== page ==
Curriculum specialists or education experts (educationalists) and psychologists, neuroscientists are expected personnel as firsts in the line-up of teams of resource and research specialists (Hinton, 2005).. What part will students play in curriculum development in the next 10 years? It will not be as completely different a role that the students had played for the last several years. They will be subjects whose performances will either be that of the control or experimental groups (Hinton, 2005).
How will these changes impact student personally? The students are the end-users and clients of the whole educational institution. The core curriculum will directly have both significant negative and/or positive influence on their current and future status or condition. Becoming objects of experiments has becoming non-negotiable simply because students’ involvement is a vital ingredient in discovering the efficient and the non-efficient means or approaches to learning.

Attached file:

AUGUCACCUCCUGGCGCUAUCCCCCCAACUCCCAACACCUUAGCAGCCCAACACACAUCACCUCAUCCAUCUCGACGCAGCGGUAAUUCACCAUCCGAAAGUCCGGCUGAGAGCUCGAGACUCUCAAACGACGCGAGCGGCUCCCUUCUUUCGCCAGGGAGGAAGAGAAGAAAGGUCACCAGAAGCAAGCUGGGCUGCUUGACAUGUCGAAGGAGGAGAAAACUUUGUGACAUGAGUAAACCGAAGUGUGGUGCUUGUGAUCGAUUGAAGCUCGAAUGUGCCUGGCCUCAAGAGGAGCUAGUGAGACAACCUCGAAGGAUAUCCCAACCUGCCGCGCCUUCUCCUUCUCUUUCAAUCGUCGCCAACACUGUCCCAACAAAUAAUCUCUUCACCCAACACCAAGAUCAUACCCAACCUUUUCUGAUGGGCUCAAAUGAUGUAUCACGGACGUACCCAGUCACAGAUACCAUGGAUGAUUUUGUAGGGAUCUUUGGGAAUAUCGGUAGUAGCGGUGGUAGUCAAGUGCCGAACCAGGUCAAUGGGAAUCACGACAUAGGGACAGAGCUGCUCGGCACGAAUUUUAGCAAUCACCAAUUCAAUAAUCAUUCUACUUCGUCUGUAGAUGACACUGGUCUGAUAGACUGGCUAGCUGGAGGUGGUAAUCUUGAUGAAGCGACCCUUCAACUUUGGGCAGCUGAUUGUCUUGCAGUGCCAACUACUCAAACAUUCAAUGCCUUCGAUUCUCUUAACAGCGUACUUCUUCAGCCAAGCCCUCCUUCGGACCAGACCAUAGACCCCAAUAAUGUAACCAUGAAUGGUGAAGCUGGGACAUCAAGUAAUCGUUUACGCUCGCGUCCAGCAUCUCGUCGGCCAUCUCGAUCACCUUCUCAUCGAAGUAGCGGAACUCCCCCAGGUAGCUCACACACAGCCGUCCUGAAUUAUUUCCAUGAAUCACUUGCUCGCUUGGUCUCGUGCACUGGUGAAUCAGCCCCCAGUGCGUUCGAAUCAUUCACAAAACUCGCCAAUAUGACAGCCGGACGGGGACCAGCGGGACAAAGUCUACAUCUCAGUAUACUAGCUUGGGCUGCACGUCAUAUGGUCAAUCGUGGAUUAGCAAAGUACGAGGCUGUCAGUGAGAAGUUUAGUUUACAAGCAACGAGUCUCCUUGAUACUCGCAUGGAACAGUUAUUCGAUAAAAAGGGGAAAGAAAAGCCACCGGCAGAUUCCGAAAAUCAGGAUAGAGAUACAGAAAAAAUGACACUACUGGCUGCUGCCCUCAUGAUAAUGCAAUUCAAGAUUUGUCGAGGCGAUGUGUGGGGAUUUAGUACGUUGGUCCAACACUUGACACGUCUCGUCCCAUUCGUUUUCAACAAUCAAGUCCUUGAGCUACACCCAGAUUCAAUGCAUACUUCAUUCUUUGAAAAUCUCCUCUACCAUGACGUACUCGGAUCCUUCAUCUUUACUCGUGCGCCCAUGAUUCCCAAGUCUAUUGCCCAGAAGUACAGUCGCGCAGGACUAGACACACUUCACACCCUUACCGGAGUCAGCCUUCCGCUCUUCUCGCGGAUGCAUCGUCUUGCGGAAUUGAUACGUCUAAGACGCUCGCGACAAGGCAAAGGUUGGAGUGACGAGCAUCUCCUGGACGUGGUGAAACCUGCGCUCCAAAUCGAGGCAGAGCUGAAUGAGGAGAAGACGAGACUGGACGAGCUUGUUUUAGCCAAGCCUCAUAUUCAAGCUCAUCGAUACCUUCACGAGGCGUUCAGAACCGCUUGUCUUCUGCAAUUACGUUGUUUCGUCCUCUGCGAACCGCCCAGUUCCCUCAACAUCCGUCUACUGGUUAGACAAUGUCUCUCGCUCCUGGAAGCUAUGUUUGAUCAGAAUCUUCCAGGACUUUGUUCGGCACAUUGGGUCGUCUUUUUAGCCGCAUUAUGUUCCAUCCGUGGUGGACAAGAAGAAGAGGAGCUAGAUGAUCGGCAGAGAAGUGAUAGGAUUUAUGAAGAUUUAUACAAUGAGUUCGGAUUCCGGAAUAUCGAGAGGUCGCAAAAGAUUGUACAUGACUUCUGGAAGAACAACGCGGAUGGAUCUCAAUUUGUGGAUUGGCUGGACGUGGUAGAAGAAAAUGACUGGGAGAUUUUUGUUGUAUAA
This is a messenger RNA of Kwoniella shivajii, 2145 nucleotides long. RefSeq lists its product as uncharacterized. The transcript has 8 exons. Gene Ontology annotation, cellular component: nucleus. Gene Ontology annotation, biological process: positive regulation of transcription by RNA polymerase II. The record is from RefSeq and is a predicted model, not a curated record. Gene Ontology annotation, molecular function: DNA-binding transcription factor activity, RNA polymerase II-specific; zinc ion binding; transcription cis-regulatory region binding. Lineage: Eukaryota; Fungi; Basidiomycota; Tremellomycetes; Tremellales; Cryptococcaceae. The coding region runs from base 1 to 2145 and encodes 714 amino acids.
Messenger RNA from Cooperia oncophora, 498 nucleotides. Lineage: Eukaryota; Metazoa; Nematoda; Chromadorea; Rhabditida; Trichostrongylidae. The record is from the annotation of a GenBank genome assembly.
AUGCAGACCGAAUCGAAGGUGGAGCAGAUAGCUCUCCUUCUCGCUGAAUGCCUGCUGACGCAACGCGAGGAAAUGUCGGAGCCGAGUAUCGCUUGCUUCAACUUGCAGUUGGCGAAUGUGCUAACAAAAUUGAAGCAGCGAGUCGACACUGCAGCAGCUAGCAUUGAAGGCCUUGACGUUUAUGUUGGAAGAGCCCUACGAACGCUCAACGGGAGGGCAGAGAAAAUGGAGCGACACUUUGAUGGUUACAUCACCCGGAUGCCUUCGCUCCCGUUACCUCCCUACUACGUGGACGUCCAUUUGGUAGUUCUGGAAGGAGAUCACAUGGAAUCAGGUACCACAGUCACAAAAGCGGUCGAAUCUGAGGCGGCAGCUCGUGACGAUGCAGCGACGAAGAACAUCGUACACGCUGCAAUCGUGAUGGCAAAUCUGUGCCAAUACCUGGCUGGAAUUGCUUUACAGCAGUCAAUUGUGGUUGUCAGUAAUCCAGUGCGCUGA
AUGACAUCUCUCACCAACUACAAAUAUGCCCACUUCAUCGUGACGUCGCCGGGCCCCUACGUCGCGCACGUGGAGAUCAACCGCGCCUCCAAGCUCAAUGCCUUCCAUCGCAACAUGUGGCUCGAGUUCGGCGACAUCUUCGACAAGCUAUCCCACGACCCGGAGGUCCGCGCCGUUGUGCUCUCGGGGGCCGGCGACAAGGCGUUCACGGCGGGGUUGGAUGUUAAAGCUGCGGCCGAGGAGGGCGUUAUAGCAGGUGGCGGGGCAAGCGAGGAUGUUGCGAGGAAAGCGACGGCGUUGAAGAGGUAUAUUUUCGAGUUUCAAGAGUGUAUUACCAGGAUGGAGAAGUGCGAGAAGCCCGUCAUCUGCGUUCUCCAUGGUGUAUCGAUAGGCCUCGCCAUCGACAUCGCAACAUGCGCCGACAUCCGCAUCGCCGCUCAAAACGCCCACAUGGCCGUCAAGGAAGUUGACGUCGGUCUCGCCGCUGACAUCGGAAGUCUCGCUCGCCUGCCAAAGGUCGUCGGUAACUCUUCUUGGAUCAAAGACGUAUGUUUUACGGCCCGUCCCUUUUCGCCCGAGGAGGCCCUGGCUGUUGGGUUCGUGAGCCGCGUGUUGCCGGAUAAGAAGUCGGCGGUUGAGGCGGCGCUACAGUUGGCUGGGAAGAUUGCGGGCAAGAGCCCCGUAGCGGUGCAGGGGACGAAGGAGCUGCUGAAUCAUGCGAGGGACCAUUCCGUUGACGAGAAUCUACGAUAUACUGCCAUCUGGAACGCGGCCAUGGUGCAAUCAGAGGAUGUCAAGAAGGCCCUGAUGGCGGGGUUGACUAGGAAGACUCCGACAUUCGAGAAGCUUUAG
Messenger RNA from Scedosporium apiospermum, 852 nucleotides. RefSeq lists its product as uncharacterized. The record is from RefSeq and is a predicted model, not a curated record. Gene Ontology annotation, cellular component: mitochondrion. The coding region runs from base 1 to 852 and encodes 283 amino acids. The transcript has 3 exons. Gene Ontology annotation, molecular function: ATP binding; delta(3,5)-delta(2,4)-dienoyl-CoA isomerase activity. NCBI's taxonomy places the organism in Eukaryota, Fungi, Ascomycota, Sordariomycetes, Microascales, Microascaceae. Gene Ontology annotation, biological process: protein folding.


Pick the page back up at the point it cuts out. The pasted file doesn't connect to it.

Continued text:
The whole issue of curriculum changes, shifts and trends all boils down to a large degree to what school of thought will prevail when the idea of learning as a whole is taken into consideration. Should the child be inculcated on what are expected to come out in the standardized tests, or should the child be educated holistically – “educating the whole child,” as they say? The trends will say a lot in both directions but questions on the testing matter is rife already and timely evaluation of this angle of the educational reforms will be basically the focus in the current and future direction.
Developmentally appropriate and affective learning need not be put aside; these conceptualizations have served their time and largely true to achieve a better and well-adjusted young person eventually. The reason that the academic and business world cannot ignore such perspectives as proposed by Howard Gardner (Multiple Intelligences) and Daniel Goleman (Emotional Quotient/Intelligence) in incorporating their findings and observations into the curriculum.
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